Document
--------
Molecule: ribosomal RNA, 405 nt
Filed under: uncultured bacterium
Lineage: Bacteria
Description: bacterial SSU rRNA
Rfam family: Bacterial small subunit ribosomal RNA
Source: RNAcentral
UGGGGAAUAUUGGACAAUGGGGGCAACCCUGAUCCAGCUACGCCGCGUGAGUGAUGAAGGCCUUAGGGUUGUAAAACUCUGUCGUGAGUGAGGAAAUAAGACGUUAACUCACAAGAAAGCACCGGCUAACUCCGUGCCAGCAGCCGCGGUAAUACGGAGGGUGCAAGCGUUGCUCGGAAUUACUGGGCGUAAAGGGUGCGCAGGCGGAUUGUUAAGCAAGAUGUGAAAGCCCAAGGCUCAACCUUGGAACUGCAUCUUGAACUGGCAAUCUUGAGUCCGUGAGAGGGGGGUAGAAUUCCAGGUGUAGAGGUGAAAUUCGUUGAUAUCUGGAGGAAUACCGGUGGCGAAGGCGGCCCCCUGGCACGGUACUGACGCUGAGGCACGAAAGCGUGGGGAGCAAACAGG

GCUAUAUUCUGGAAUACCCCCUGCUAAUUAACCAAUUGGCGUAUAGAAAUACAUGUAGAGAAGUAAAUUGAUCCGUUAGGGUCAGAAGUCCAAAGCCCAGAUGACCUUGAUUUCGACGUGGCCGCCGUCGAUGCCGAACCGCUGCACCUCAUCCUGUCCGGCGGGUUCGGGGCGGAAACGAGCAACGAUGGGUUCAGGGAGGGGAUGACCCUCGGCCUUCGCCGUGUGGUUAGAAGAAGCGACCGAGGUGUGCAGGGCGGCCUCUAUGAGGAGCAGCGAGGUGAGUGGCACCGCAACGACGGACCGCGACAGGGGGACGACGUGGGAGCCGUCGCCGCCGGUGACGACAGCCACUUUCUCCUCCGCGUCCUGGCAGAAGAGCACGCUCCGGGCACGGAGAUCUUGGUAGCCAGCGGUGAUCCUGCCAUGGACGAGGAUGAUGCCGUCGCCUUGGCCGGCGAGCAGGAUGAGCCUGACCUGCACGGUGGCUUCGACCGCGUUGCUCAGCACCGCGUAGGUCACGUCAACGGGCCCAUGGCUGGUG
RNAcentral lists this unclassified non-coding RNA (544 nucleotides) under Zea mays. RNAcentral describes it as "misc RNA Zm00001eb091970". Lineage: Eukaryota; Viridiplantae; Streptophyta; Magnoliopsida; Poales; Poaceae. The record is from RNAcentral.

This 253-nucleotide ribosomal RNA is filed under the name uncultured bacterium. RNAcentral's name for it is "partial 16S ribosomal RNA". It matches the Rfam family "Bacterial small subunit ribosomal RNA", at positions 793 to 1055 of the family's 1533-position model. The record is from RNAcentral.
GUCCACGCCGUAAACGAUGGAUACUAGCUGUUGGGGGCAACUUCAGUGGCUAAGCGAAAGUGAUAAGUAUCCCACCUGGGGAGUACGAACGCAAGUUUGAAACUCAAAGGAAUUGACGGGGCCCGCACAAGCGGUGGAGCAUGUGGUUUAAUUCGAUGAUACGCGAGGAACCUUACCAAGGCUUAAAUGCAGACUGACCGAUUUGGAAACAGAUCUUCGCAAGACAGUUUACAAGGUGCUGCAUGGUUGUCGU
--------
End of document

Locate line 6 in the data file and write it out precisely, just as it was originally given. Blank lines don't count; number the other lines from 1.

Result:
Source: RNAcentral